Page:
First up, be realistic here. It might not be possible to de-clutter everything, but it’s still worth creating one place that is clutter-free, even if the rest of your house, room or studio is a tip. Where you work is more important than where you keep your wellies, so get your desk sorted before tackling the understairs cupboard.
2. Throw it away
Clothes, books, electronic equipment – everyone’s got their vice. Getting rid of your junk can free up space for other things, like clothes you actually wear and cameras that work. There are a whole heap of organisations eager to relieve you of your accumulated crap. Or raise some funds by selling old textbooks on eBay or clothes on the ASOS Marketplace.
3. Make your bed
It’s the cheat’s way to making a room look tidy. Just try not to treat it as a new work surface.
4. Digitise your stuff
Not everyone works best at a computer. But notebooks take up more space than a JPEG or PDF. Scanning old notebooks, and keeping them all in one place on your computer can free up a lot of space for new work. While you’re at it, remember to…
5. Date your work
As a creative, you are responsible for keeping your archive. This means keeping cuttings, reviews, records of exhibitions and – if you are a visual artist – making sure your work is stored safely. Dating your work also makes staying on top of ongoing projects easier.
6. Separate your student work from your professional work
One for recent graduates, this. It may be that your student work has a life-span beyond your undergrad days, but if you are presenting yourself as a professional, it helps to feel like a professional – so put all your professional work in one place, and file your old uni work somewhere else. Until six months ago I had just the one folder on my desktop labelled “Work” containing everything from A-level history coursework to current freelance projects. If this sounds familiar, you might like to…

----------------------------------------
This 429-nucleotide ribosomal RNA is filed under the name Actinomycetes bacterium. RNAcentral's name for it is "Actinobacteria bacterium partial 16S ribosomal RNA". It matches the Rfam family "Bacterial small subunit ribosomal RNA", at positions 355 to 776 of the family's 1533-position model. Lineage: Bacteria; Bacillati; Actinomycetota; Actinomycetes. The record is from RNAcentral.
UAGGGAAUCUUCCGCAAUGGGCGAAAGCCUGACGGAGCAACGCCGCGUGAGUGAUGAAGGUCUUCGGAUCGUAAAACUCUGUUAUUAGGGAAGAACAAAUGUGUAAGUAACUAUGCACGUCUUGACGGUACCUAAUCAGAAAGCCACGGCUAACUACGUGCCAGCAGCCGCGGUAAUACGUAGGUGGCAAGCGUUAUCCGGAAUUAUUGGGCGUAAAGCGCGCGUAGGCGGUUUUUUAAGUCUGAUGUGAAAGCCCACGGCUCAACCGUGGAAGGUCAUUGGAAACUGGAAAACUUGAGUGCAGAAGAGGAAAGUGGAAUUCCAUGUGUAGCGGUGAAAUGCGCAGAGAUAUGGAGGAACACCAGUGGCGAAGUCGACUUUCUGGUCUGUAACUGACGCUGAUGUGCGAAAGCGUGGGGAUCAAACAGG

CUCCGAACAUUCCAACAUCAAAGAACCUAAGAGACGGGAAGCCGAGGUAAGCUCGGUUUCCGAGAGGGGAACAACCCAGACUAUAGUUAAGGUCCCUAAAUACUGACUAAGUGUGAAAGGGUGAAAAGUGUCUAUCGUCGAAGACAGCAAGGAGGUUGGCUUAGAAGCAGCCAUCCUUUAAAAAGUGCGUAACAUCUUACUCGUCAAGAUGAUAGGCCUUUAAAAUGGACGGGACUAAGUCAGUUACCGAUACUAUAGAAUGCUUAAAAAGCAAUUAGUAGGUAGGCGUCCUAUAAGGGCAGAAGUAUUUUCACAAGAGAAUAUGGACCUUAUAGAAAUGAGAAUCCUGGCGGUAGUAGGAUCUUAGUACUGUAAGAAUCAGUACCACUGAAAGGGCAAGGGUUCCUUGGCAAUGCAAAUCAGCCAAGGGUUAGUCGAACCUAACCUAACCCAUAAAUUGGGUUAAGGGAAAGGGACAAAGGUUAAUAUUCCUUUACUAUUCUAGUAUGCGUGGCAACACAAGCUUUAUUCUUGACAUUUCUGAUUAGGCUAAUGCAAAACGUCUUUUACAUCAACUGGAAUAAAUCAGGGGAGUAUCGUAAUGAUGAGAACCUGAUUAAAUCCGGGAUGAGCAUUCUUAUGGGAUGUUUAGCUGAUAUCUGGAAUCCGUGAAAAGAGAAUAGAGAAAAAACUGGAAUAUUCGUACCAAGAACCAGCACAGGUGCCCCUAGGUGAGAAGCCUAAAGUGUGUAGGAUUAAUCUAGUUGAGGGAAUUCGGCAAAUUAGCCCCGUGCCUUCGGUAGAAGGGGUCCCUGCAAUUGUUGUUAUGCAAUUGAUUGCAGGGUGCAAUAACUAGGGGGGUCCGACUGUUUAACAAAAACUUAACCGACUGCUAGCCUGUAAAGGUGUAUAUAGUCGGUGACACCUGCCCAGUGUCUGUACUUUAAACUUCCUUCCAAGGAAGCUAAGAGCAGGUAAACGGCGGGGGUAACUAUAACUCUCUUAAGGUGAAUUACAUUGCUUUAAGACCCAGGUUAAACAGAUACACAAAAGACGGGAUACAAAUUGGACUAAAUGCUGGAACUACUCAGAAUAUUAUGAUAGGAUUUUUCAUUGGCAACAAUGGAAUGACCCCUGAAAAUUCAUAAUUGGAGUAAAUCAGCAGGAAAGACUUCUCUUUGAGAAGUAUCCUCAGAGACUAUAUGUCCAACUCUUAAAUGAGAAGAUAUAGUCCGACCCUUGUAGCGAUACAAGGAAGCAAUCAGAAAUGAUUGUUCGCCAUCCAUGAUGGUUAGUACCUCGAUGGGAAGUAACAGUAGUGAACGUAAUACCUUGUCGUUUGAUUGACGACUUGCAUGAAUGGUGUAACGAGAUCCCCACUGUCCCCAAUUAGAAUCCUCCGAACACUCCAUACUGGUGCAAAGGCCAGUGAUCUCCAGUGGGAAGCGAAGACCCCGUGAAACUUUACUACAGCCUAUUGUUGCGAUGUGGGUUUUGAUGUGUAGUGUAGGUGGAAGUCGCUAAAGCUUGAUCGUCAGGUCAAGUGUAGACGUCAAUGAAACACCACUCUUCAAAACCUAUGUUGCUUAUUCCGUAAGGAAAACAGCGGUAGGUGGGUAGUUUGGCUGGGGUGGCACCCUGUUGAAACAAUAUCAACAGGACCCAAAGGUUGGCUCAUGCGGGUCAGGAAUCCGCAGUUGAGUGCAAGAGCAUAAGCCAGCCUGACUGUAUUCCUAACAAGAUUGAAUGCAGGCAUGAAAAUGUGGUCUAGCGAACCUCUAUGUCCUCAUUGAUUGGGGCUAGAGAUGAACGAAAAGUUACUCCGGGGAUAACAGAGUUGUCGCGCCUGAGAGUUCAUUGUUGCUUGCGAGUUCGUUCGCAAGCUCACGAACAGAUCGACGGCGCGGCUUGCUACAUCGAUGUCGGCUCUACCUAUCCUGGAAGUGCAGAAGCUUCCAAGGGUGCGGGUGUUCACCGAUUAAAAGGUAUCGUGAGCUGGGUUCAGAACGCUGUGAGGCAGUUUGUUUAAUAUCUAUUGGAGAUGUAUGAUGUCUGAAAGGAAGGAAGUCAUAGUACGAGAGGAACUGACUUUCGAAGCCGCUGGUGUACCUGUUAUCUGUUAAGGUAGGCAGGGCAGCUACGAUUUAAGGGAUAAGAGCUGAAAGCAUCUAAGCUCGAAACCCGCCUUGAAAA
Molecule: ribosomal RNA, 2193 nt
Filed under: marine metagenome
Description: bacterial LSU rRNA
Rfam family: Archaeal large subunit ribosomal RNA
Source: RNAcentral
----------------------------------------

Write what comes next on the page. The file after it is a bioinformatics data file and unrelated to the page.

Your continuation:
7. Use folders
This goes for offline and online. Sort your life into manageable chunks. Create folders for past work, current projects, and ideas for future projects. If you work across multiple devices, try using Dropbox or Google Drive to sync your work and home computers, so that you take your clutter-free workspace with you wherever you are.
8. Re-vamp your desktop
A computer desktop is like a hotel reception area: it’s got lots of doors leading off it, a clock in one corner and some well dodgy wallpaper. You probably spend a lot of time there, so you want to make sure that your reception area is welcoming. This means getting rid of the icons and programme shortcuts you don’t use.
9. Clear your walls
Posters can brighten up a dingy room – but they can also get tatty round the edges and become so part of the furniture that you don’t notice when they are past their best before date. If you feel the need to express yourself through your bedroom walls, try framing your posters instead. If you’ve got a studio, your walls are a ready-made exhibition space – so use them as a place to display your wares.
10. Sort your inbox
Again, it’s folders isn’t it? But while you’re at it, take 20 minutes to unsubscribe from mailing lists. Try using Unroll.me to unsubscribe from unwanted subscription emails in one fell swoop.
11. Dedicate time to admin
Admin needs love and care and one spring clean a year isn’t enough to keep it happy. Allocate the same half hour a day for doing the day-to-day maintenance tasks needed to keep the clutter at bay – things like clearing your desktop and sorting receipts. Decide on a time when you are least likely to be up against a deadline or distracted by other commitments.